Nigerian President Muhammadu Buhari has been declared the winner of a troubled election in Africa's most populous country.
Top opposition challenger Atiku Abubakar made sweeping pledges to lift millions of people out of poverty, but in the end many Nigerians were wary of past corruption allegations and his proposal to privatize the state oil company in Africa's largest producer of crude.
The official declaration Wednesday morning follows an election marred by a last-minute postponement and deadly violence.
In a last-ditch effort to stop the official declaration, Abubakar demanded a halt to the proceedings, claiming that data from smart card readers used in Saturday’s election had been manipulated. His party called for fresh elections in four states.
Buhari’s party dismissed the claim. "Let this nation move forward," said Babatunde Fashola, the campaign’s director for election monitoring.
As state-by-state vote announcements ended, Buhari led by more than 3.9 million votes in a race once described as too close to call. To secure the presidency in this nation of 190 million people, a candidate must win a majority of overall votes as well as at least 25% of the vote in two-thirds of the states.
The vote suffered from a surprise weeklong postponement and significant delays in the opening of polling stations. The electoral commission postponed it just hours before polls were to open Feb. 16, citing logistical issues.
Then on Saturday, the late arrival of election officials and materials, as well as malfunctions and harassment, caused voting in parts of the country to continue into Sunday.
The delays risked “undermining citizen confidence in elections and disenfranchising voters,” the U.S.-based International Republican Institute and National Democratic Institute observers said. European Union observers said many people were discouraged from voting.
At least 53 people were killed in voting-related violence over the weekend, according to the Nigerian analysis group SBM Intelligence.
The death toll rose after an attack shortly before polls opened and claimed by the Islamic State West Africa Province extremist group in the northeast proved deadlier than first reported, with at least 17 people killed.
Abubakar, a billionaire former vice president who made sweeping campaign promises to "make Nigeria work again," hasn't made a public appearance since the vote.
It remains to be seen whether he will follow through on pledges to accept a loss, or challenge the results. A former U.S. ambassador to Nigeria, John Campbell, said the troubled election has given the candidates grounds to go to the courts. That route could take months.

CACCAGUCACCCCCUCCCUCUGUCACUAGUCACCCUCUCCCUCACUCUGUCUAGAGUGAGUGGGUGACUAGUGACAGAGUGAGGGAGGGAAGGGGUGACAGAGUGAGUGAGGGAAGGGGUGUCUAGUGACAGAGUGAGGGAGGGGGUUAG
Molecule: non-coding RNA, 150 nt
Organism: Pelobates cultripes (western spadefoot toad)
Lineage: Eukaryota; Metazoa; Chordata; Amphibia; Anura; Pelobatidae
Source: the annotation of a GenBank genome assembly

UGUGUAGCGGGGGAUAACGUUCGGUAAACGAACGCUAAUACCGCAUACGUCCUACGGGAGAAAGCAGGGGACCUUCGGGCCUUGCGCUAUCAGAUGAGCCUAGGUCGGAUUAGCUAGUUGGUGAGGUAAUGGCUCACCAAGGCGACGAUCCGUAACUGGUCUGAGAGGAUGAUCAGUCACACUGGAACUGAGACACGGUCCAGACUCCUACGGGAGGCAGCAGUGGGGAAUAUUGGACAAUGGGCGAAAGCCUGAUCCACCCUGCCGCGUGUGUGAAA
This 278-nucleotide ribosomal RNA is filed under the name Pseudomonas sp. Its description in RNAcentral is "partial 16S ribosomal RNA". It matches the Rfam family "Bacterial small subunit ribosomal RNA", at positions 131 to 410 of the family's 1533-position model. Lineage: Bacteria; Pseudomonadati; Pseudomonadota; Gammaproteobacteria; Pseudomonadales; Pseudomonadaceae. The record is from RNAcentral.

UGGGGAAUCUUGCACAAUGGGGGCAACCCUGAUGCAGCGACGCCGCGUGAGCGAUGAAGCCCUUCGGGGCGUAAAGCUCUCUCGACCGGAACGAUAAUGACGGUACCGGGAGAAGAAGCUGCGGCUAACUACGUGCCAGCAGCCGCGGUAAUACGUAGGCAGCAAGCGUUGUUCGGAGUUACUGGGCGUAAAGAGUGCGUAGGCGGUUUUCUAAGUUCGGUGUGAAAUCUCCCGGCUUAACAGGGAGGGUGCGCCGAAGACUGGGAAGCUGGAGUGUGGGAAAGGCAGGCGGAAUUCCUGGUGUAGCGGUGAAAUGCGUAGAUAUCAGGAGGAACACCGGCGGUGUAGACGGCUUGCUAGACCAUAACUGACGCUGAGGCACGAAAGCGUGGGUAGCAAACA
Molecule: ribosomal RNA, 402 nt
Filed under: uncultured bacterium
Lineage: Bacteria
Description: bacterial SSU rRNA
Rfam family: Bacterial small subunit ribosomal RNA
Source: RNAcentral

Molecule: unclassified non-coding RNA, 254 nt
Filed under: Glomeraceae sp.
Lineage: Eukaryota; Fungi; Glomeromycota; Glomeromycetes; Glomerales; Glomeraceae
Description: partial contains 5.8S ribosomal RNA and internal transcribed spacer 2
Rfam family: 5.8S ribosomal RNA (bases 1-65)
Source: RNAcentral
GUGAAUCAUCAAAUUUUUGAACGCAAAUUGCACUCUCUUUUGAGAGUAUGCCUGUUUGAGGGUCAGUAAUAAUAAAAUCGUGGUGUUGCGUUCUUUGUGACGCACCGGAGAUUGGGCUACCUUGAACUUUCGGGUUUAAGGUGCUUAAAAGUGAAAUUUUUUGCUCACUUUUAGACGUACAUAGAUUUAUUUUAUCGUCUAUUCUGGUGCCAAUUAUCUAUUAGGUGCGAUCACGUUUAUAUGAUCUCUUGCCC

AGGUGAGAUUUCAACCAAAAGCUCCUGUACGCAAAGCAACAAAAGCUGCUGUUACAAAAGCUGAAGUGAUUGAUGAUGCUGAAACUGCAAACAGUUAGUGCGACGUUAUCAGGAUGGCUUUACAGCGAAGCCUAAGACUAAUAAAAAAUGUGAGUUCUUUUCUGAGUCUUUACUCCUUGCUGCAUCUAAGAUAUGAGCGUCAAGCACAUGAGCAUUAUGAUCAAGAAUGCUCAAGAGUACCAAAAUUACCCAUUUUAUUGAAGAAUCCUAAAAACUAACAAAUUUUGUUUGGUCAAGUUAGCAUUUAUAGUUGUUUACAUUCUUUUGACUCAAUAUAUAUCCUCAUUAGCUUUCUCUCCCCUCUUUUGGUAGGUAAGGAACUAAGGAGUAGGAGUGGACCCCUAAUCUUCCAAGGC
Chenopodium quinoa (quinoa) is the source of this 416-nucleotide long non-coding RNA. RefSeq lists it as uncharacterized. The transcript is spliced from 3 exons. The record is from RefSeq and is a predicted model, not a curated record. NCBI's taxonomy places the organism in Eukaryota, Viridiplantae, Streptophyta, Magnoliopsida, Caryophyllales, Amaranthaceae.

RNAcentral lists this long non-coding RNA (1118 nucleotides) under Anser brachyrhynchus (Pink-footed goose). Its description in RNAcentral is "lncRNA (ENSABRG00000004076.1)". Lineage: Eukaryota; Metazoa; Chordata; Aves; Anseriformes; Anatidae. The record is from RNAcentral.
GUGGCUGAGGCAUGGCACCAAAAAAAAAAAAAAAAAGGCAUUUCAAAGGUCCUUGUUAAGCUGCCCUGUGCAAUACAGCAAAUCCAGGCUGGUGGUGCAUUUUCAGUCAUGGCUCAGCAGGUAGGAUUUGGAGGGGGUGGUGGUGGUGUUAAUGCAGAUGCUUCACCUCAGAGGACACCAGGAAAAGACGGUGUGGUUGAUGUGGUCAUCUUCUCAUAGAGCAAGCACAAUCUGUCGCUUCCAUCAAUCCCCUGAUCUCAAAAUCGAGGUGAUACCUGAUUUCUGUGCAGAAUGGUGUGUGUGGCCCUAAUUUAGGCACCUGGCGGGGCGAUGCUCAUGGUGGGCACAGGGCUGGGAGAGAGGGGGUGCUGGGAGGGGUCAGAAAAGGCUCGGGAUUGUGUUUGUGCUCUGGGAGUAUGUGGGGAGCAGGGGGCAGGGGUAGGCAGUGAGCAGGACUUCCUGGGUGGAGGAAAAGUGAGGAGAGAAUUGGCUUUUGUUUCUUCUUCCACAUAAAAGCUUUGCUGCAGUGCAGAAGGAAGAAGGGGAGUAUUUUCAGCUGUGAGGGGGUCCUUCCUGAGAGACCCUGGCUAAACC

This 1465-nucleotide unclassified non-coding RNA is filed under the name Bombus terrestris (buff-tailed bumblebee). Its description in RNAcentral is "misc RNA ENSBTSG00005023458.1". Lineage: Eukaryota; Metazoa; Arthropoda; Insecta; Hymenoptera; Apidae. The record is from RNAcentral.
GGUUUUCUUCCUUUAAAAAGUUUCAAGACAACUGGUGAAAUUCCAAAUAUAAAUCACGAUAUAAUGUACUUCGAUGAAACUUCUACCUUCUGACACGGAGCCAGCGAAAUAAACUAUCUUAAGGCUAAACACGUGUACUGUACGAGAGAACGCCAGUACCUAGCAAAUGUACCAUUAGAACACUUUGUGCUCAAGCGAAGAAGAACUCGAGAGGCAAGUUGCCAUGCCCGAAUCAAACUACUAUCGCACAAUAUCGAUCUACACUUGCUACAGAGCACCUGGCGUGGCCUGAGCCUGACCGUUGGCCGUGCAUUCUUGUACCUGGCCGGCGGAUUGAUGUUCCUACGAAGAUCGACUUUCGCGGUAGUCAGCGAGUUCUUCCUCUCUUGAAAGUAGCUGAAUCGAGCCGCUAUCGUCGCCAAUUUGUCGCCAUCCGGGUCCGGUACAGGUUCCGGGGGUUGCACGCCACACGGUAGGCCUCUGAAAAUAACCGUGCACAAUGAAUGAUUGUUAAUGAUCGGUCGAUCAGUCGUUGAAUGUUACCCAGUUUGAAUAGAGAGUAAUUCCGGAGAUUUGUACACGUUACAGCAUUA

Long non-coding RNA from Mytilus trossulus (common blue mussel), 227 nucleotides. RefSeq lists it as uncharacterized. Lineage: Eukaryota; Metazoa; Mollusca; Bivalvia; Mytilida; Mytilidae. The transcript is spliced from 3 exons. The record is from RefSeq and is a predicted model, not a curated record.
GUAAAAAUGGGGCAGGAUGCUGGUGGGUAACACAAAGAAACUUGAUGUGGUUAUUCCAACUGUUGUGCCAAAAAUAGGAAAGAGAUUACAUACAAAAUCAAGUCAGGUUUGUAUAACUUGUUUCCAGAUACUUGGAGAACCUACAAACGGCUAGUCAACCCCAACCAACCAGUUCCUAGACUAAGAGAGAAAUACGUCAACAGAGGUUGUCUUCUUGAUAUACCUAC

In Kano, the heart of the country's Muslim north, there was relief that the sensitive region appeared to have avoided the deadly violence that occurred in other areas.
"Well, we thank God that at least we finished this safely, without any hitches," the state electoral commissioner, Riskuwa Shehu, said minutes before carrying results to the capital.
Turnout appeared to be lower than expected, Shehu said, pointing to a number of factors, including the fear of possible violence after heated campaigning. The "disappointment" of a weeklong postponement probably also played a role, he said.
Nigeria has an estimated 73 million voters. The YIAGA Africa project, which deployed more than 3,900 observers, estimated turnout at 36% to 40%, down from 44% in 2015.
Nigerians' reactions to Buhari's victory were mixed.
"Alhamdulillah," said 36-year-old Umar Ibrahim, using the Arabic phrase for "praise be to God" as he chatted with clients about politics at his tiny shop in Kano. "Up to now they say Buhari is leading, far. He is a good elder."
Grace Eje, a 25-year-old domestic worker, had held out hope for Abubakar, saying Nigeria needed someone new after Buhari. "No money, no work, no help from him," she said of the president, grimacing.
Many Nigerians have prayed for peace. They were surprised in 2015 when President Goodluck Jonathan conceded before official results were announced, giving victory to Buhari, who pulled off the first defeat of an incumbent by the opposition in the country's history. Some are worried that such a concession appears unlikely this time.